Nutrition science is supposed to tell us how to eat. It’s in the midst of a crisis.
It is difficult to make this diet unhealthy. As with many generally healthy diets, though, over-consumption of calories can be a problem, so an overemphasis on carbohydrates, such as pasta and bread, can make this diet less healthy. Also, this diet can be oversimplified by making it mostly about olive oil without including all its other features.
In 1953, not long before President Dwight Eisenhower suffered a heart attack in office, the social scientist Leland Allbaugh published “Crete: A Case Study of an Underdeveloped Area.” The landmark analysis of the eating patterns of an isolated Greek population strongly suggested that a calorie-limited diet high in fresh fruits and vegetables, whole grains, and olive oil and low in animal protein, particularly red meat, could lower the risk of heart attacks and strokes, decrease chronic disease and extend life.
Medical research over the last half-century has largely borne out this initial finding.
Ancel and Margaret Keys, an American husband-and-wife team, first reported on the Mediterranean diet’s health benefits in 1975. Since then, the diet has become particularly well known for its effect on cardiovascular health. What is less well known is whether the diet has different benefits for men and women. Our latest study sheds some light on the matter.
In a recent study we compared the short-term effects of the Mediterranean and the vegan diet. Our findings suggest that, at least in the short-term, the Mediterranean diet improves significantly the availability of nitric oxide in our veins and arteries – which is important to maintain the good health of our vascular system. Nitric oxide is severely affected by the ageing process and is strongly related to the development of cardiometabolic diseases. So, the observed greater nitric oxide availability is very positive news.
Calling this a diet is a misnomer; it’s more of a lifestyle approach among people from around the Mediterranean Sea. Diet is just one of the components. There's also physical activity (walking, biking, swimming, yoga), work, and social activities (enjoying meals with family and friends) in the equation.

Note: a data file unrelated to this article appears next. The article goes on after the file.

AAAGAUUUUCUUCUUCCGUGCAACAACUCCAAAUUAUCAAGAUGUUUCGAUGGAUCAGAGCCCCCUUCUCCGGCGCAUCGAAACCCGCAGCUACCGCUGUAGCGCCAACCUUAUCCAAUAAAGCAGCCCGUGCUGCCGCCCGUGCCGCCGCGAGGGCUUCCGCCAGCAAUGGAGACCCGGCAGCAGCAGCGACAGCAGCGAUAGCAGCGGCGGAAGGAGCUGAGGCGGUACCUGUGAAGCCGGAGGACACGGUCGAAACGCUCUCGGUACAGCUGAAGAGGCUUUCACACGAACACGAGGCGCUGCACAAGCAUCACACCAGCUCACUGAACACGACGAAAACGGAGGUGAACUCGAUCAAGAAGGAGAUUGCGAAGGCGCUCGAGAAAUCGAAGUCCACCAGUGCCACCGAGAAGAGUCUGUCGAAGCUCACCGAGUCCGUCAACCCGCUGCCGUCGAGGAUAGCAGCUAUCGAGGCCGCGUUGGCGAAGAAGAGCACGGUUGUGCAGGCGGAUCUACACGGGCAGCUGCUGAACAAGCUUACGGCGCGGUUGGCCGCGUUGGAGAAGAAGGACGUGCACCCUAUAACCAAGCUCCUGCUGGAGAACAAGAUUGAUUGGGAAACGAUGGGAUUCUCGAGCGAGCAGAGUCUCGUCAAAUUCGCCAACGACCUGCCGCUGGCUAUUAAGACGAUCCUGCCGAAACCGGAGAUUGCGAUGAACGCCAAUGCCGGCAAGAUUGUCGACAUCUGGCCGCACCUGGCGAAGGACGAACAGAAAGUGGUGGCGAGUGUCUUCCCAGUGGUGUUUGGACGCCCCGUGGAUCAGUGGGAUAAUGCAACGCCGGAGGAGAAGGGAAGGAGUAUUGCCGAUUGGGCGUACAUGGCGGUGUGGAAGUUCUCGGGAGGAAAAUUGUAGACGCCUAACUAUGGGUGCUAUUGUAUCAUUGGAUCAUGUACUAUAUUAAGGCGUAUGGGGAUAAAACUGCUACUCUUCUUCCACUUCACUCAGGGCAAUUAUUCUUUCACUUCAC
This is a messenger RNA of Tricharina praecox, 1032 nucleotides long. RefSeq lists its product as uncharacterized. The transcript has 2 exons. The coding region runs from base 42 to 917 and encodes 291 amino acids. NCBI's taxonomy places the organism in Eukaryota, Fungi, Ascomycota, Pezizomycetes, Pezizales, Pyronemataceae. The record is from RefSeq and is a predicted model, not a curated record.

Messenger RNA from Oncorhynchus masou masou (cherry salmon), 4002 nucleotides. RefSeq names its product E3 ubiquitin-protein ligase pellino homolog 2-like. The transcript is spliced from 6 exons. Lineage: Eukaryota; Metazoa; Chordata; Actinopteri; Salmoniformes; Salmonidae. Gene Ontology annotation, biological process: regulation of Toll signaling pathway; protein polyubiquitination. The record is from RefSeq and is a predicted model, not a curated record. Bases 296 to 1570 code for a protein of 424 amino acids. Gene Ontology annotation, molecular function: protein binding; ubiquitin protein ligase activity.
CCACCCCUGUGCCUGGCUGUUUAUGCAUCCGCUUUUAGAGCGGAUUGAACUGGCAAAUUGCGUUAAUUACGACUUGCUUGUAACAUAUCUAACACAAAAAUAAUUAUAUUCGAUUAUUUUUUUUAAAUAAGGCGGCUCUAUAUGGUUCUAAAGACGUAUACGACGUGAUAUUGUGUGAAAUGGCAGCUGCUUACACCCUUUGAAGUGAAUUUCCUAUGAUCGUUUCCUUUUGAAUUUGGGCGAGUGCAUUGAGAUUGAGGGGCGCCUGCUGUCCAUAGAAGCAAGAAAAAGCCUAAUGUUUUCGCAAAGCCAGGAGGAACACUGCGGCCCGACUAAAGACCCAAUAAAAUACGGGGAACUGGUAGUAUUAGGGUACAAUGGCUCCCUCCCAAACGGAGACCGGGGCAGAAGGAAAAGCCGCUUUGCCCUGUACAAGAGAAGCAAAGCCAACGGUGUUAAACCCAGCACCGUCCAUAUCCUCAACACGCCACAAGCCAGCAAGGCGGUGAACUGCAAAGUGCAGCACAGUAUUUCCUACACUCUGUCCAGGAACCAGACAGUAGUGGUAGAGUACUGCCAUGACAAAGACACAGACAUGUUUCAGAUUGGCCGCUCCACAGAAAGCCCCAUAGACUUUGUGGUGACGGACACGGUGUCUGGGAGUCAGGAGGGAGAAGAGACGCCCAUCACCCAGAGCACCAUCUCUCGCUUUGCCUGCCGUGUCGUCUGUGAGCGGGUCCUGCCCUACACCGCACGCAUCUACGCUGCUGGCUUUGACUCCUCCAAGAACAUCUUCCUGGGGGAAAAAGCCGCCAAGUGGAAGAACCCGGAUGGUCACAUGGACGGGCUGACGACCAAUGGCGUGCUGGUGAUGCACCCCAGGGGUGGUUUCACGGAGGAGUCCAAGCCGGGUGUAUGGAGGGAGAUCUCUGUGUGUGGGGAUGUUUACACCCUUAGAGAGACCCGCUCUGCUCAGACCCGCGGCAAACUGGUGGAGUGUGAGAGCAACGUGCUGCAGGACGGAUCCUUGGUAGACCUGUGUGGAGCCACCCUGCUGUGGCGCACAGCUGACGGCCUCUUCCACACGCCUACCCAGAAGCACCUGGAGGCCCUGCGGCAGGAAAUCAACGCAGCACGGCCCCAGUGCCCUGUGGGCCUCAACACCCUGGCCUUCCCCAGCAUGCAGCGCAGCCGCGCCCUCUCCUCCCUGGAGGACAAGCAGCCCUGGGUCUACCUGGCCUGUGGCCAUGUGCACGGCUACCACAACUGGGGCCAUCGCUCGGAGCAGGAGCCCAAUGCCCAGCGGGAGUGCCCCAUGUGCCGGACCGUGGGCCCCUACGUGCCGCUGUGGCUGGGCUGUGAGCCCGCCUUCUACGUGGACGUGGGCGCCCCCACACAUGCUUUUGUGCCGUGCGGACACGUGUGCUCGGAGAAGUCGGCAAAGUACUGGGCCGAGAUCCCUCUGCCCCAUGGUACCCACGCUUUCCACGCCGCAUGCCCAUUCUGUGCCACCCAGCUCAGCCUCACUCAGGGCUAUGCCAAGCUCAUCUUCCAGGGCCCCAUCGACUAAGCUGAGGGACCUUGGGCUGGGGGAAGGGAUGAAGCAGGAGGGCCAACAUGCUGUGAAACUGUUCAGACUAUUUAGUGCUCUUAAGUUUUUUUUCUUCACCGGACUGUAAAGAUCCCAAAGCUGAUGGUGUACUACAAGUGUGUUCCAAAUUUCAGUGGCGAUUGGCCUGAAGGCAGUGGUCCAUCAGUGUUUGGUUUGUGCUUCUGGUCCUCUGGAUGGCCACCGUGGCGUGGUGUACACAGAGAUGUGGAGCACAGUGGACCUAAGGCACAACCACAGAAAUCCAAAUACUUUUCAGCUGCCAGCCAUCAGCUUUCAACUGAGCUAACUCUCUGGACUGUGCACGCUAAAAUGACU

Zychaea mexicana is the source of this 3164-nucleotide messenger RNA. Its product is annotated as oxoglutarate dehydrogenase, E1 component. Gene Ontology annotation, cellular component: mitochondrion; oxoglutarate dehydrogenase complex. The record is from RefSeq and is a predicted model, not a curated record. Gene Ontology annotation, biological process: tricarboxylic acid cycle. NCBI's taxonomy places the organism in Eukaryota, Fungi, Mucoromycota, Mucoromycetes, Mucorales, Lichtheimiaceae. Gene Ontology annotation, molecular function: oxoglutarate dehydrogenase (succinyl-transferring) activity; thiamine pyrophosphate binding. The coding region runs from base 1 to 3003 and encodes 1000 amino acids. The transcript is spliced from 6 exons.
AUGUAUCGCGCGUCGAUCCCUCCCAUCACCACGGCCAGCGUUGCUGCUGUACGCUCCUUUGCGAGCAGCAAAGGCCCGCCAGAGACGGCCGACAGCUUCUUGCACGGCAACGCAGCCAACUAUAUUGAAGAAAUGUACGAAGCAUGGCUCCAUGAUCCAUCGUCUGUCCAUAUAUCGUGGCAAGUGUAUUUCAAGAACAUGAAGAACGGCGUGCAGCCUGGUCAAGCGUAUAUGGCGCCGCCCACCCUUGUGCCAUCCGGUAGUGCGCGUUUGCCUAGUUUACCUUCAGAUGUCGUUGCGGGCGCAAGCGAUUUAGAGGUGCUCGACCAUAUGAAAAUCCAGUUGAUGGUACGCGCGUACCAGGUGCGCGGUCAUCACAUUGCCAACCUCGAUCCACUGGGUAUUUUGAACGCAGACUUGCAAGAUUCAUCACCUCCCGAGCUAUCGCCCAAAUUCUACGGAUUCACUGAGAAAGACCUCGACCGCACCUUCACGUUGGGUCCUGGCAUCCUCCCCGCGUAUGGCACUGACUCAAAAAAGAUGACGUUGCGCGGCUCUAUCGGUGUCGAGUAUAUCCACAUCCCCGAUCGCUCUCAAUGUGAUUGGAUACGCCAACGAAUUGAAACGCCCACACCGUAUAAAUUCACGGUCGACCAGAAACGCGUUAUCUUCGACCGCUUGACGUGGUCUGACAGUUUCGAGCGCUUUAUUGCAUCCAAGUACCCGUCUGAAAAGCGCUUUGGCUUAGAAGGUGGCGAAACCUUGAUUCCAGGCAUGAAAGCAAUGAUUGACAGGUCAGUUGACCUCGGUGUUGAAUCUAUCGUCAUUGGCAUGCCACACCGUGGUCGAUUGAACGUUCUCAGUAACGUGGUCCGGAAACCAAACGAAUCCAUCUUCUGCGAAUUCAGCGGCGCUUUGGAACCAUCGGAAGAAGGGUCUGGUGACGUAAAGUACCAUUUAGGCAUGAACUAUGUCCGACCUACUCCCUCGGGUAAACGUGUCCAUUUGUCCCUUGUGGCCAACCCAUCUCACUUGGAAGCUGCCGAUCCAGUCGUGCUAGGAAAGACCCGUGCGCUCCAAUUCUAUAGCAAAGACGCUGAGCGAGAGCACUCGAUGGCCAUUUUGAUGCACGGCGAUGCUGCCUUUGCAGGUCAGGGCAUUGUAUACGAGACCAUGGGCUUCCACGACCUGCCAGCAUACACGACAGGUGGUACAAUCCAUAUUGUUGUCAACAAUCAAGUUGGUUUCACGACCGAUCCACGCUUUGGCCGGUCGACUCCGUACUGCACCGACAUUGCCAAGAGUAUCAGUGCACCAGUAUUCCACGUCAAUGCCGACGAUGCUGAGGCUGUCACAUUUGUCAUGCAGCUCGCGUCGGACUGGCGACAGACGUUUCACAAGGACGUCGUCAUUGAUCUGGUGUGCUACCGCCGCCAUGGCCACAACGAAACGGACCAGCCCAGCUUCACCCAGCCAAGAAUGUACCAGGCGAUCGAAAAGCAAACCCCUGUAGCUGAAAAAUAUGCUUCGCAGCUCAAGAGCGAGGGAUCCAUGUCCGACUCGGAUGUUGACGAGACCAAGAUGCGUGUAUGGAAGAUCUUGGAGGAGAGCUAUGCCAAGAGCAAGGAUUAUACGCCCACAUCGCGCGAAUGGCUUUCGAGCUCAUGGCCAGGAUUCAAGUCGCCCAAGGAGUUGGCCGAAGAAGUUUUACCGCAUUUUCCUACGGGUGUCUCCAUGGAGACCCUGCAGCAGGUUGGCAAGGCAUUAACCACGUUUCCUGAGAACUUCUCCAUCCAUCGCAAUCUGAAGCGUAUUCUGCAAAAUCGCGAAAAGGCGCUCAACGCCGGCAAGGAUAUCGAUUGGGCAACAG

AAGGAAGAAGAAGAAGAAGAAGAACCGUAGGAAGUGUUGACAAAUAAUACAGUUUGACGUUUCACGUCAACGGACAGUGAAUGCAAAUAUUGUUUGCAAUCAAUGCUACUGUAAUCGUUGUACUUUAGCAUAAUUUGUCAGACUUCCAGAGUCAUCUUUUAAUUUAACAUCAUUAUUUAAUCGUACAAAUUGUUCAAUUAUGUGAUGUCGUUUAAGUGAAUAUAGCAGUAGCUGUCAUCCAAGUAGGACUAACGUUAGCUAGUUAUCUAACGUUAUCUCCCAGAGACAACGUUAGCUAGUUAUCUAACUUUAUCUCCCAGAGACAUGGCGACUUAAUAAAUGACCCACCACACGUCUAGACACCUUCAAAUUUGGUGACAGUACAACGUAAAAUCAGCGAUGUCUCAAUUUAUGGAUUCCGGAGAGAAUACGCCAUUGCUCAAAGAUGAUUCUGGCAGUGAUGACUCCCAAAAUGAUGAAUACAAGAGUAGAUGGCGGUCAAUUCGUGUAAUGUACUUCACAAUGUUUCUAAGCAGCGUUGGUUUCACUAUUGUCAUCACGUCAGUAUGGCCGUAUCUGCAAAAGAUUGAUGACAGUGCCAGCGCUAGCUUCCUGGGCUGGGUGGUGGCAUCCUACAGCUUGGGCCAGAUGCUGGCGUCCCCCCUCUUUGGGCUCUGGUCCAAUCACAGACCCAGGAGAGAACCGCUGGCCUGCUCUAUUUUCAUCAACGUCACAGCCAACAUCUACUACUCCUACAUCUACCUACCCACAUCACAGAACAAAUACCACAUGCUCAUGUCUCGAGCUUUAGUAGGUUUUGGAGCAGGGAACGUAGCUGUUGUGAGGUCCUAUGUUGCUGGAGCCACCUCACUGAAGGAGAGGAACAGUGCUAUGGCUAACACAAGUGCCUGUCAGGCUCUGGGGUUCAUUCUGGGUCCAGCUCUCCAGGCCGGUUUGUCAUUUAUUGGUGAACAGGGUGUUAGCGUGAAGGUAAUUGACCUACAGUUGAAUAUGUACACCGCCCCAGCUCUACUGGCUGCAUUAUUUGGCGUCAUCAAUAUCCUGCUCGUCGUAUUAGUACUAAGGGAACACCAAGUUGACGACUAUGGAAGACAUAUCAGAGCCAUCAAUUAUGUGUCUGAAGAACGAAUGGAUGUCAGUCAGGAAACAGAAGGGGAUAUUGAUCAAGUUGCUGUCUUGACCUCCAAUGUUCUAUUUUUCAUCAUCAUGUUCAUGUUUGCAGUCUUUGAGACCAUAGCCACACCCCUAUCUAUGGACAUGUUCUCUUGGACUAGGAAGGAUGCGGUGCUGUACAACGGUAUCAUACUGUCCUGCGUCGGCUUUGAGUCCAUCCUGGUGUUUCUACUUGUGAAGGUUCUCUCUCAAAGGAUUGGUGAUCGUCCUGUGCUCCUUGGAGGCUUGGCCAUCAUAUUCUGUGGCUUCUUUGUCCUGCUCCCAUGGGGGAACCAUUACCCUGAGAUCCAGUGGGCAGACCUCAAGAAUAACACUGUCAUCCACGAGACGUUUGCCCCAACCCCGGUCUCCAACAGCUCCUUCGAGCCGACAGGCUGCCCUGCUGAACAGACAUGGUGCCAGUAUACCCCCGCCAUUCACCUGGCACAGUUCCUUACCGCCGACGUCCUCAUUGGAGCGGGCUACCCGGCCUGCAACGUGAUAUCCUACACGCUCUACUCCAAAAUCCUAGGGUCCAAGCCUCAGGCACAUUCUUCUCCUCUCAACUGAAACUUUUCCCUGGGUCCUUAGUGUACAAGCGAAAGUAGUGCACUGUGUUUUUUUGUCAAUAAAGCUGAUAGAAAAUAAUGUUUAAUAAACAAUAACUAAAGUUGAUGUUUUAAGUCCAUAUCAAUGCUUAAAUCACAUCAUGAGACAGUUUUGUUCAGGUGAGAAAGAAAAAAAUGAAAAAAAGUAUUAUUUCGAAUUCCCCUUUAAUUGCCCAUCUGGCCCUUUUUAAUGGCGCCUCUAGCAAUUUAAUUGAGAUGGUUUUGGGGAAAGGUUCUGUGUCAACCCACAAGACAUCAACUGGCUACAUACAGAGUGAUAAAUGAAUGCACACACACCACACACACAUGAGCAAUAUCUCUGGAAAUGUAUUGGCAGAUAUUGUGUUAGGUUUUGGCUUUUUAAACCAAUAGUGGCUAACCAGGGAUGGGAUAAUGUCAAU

For decades, health authorities have argued that the diet of people living in Mediterranean countries, with its emphasis on olive oil, nuts and fresh produce, is a driving force behind the region’s historically low rates of heart disease.
But now a team of filmmakers led by a British cardiologist say that the function of the Mediterranean diet may have been oversimplified. They contend in a new film that the region’s good health is driven not only by food, but by an array of lifestyle factors, some of which they claim have been overlooked.
If we didn’t quite believe that the Mediterranean diet was one of the best for heart health – not to mention a slew of other areas of health, and longevity – a new study offers even more evidence.
Researchers have documented that a Mediterranean diet rich in vegetables, fish, whole grains, along with daily servings of nuts and olive oil can help fend off age-related cognitive decline.
Unlike the Blue Apron’s Whole 30 meal kits, the Mediterranean diet meals aren’t a temporary offering ― they’re here to stay. However, keep in mind the one ingredient that doesn’t come in your meal kits is olive oil, so stock up on your favorite brand.
Finally, fats aficionados officially have license to eat “a lot” of the stuff, according to a new study–if the fats are of the healthy, unsaturated varieties, that is. The new meta-analysis published in Annals of Internal Medicine pulled together a number of previous studies that looked at associations between diet and disease outcomes, and found that people who generally ate a Mediterranean diet, even if it was high in fat, had significantly reduced risk of a number of chronic illnesses.
The New England Journal of Medicine published a study that, according to the fawning mainstream press, proved "conclusively" that the best diet in the world was the Mediterranean diet, that it protected everyone from heart disease and stroke, and that everyone in the world should be on it.
Except the study showed no such thing.
A Mediterranean-style diet may slow memory loss, even if adopted late in life.
Investing in learning to cook with plants and olive oil could save money in the long run.